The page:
Beef prices won’t be COOL
Supporters and opponents of country of origin labeling (COOL) have been deeply divided ever since the idea of COOL emerged in the late 1990s. That divide continues to play out not just in the country but in the corridors of Congress. As I write this, it appears that supporters have “won” the fight over whether to include a provision in the new farm bill to amend the new COOL regulation that took effect last year.
The new bill contains no mention of COOL, despite the fact that a growing number of legislators recognized the wider issue at stake. That issue is retaliation by Canada and Mexico that could cause $2 billion annually in economic damage to U.S. agriculture and other industries. It is mind boggling that some of those charged with crafting the farm bill ignored this threat, seemingly because COOL supporters convinced them that COOL has a greater value to American consumers.
I can’t fathom how one can compare the economic damage of retaliation with the perceived benefits of COOL. Even USDA, who crafted the new rule, admits that its economic benefits are slight and hard to quantify. So emotion has once again trumped common sense and the facts, and the beef industry will continue to suffer from the impact of COOL, be it at the feedlot or processing plant level, and in the retail meat case.
COOL still has to be fixed. Canada and Mexico say the new rule, which USDA began enforcing Nov. 23 last year, is even more discriminatory against its livestock industries than the rule it replaced.
So its case to the World Trade Organization proceeds. A WTO disputes panel will meet Feb. 18 and 19 to hear continuing arguments.
This process will continue the rest of the year, because one side or the other will appeal a final panel decision.
Should Canada and Mexico prevail, which is likely, they will then receive permission to apply punitive tariffs on a wide range of U.S. exports to both countries, including meat products. That’s when people other than COOL opponents will start screaming at their members of Congress to do something. Congress might then find a way to amend the COOL rule to bring the U.S. into compliance with its WTO obligations. But this won’t occur for at least a year.
How short-sighted that the architects of the new farm bill couldn’t see they have merely put off an action that will have to take place in the future.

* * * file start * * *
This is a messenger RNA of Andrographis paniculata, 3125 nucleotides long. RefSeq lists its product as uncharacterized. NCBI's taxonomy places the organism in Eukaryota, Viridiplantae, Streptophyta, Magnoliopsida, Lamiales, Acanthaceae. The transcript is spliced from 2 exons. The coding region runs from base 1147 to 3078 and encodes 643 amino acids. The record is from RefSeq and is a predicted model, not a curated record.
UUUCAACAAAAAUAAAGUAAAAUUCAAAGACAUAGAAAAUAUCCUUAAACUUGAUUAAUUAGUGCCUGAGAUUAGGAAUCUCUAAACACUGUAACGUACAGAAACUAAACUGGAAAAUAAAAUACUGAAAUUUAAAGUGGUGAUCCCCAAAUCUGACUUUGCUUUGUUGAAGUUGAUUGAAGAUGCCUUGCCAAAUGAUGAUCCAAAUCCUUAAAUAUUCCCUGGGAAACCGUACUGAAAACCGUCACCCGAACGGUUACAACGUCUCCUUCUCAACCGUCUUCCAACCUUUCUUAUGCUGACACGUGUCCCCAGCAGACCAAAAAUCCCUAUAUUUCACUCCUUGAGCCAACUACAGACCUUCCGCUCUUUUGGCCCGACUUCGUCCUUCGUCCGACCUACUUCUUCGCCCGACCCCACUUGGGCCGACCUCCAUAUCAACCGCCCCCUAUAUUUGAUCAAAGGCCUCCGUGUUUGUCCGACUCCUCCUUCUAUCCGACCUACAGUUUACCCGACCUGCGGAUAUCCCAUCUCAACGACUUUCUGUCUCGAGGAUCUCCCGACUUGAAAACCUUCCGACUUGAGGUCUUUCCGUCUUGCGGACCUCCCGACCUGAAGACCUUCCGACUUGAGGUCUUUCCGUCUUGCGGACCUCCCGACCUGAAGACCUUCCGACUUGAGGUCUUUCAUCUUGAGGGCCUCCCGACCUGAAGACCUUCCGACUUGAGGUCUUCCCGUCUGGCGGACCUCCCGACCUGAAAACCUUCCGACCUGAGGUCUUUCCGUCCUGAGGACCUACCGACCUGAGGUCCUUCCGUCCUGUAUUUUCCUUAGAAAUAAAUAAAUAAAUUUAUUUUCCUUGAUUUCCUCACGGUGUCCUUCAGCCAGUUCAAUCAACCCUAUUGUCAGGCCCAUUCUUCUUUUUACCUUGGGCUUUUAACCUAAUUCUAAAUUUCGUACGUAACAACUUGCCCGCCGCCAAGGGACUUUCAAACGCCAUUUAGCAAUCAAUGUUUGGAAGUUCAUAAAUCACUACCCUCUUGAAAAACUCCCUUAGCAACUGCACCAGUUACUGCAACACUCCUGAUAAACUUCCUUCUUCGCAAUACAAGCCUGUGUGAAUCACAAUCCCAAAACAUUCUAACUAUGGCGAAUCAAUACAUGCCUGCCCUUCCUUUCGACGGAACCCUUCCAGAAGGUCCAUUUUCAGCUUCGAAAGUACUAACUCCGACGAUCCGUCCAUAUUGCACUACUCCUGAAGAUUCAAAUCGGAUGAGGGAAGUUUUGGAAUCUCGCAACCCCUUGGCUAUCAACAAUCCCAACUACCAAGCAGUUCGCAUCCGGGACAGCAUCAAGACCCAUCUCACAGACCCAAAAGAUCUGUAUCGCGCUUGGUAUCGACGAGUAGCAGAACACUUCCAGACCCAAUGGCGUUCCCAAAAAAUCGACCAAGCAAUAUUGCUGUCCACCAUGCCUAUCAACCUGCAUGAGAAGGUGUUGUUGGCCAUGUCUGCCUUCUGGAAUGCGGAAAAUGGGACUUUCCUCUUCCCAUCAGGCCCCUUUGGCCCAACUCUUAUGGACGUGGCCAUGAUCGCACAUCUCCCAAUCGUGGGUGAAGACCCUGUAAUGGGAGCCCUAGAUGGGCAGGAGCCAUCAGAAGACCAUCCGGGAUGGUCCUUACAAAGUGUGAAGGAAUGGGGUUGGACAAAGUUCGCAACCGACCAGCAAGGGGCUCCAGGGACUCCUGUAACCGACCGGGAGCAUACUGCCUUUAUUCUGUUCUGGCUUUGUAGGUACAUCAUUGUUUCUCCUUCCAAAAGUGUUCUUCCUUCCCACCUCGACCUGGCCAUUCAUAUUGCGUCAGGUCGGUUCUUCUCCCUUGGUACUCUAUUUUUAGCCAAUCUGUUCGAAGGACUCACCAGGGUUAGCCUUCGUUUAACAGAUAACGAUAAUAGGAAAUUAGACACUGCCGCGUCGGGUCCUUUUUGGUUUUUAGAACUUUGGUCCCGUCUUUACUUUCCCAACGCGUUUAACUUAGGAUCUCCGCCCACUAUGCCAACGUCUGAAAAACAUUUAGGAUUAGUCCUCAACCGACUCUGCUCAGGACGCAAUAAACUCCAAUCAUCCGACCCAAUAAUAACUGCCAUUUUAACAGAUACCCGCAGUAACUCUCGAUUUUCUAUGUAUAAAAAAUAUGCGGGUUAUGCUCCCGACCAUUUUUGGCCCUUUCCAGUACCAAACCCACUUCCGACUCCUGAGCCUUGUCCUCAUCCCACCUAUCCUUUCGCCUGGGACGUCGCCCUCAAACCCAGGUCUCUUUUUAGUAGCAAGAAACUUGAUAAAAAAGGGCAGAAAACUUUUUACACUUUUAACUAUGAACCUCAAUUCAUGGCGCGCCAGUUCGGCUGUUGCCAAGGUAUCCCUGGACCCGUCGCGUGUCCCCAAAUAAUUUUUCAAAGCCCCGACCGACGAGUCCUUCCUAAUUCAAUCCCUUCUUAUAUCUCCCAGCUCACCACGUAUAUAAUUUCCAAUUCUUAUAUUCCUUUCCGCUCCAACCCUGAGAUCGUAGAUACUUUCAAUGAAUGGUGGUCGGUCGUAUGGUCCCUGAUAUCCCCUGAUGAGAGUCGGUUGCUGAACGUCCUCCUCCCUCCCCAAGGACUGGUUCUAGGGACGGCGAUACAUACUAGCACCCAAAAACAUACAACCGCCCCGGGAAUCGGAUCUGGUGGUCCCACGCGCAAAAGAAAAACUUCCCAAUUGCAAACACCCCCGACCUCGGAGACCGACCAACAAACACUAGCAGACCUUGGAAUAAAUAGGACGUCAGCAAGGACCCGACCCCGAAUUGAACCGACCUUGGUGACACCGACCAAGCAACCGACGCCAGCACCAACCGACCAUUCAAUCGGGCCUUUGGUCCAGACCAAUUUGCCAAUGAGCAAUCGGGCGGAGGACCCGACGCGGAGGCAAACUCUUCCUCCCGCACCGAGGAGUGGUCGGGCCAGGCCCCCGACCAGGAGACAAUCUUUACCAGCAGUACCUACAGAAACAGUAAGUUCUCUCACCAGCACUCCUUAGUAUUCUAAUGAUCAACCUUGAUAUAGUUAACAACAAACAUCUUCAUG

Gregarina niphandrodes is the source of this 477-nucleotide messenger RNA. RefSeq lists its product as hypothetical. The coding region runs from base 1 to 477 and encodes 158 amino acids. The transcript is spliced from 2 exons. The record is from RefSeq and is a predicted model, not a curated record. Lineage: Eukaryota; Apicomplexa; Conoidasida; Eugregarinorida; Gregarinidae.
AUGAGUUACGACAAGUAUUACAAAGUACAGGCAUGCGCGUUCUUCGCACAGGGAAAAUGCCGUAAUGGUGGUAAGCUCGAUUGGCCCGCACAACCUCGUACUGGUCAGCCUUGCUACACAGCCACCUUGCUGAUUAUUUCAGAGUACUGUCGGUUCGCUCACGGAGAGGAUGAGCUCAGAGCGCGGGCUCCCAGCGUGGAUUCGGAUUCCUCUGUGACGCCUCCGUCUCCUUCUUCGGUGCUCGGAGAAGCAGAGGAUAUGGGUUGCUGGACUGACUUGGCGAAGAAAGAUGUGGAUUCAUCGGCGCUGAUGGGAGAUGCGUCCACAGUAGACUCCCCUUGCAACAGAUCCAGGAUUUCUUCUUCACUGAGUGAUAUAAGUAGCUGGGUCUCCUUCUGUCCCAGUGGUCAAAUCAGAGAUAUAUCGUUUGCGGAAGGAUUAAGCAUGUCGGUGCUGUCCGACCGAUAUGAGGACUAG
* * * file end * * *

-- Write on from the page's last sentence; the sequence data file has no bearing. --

Compounding their inaction is the fact that the vast majority of consumers have shown no inclination to know where their beef comes from. Many don’t read the labels. Besides, the new labels are in such fine print that one almost needs a microscope to read them. The far more important factor affecting beef purchases going forward is whether consumers can afford to buy beef.
January’s unprecedented (for this time of year) rally in live cattle and wholesale beef prices means consumers will face higher beef prices in the grocery store starting midmonth and in restaurants sometime later. The rally saw cash live cattle prices increase $17.74 per cwt in five weeks, breaking records each week. Prices (based on USDA’s 5-area Choice steer) averaged $148.22 live the week before last and the dressed price averaged $238.70, up $31.02 in the five weeks. Cattle began trading last Tuesday a little below these average prices. So it appears this rally might be over for now.
Boxed beef prices had their own rally into the stratosphere. USDA’s weekly comprehensive boxed beef cutout advanced $32.51 per cwt in four weeks, also setting new records each week. The comprehensive includes cuts, grinds and trim, so is the most accurate reflection of wholesale prices. The comprehensive first exceeded $200 in May last year but struggled to pass this price ceiling after that. Now it seems it will remain well above $200 for the foreseeable future.
This has profound consequences for beef sales. Retailers normally wait four to six weeks to raise their everyday prices in response to big increases in wholesale prices.
But they are starting to raise prices already because of the magnitude of the increase. They featured beef solidly this past weekend but that’s because ads were set at much lower wholesale prices in November-early December. February and March will see very few beef ads. They are already the two weakest beef demand months of the years and might be even weaker this year if consumers start suffering sticker shock. One thing’s for sure: price, not where the beef comes from, will be the only thing on consumers’ minds. — Steve Kay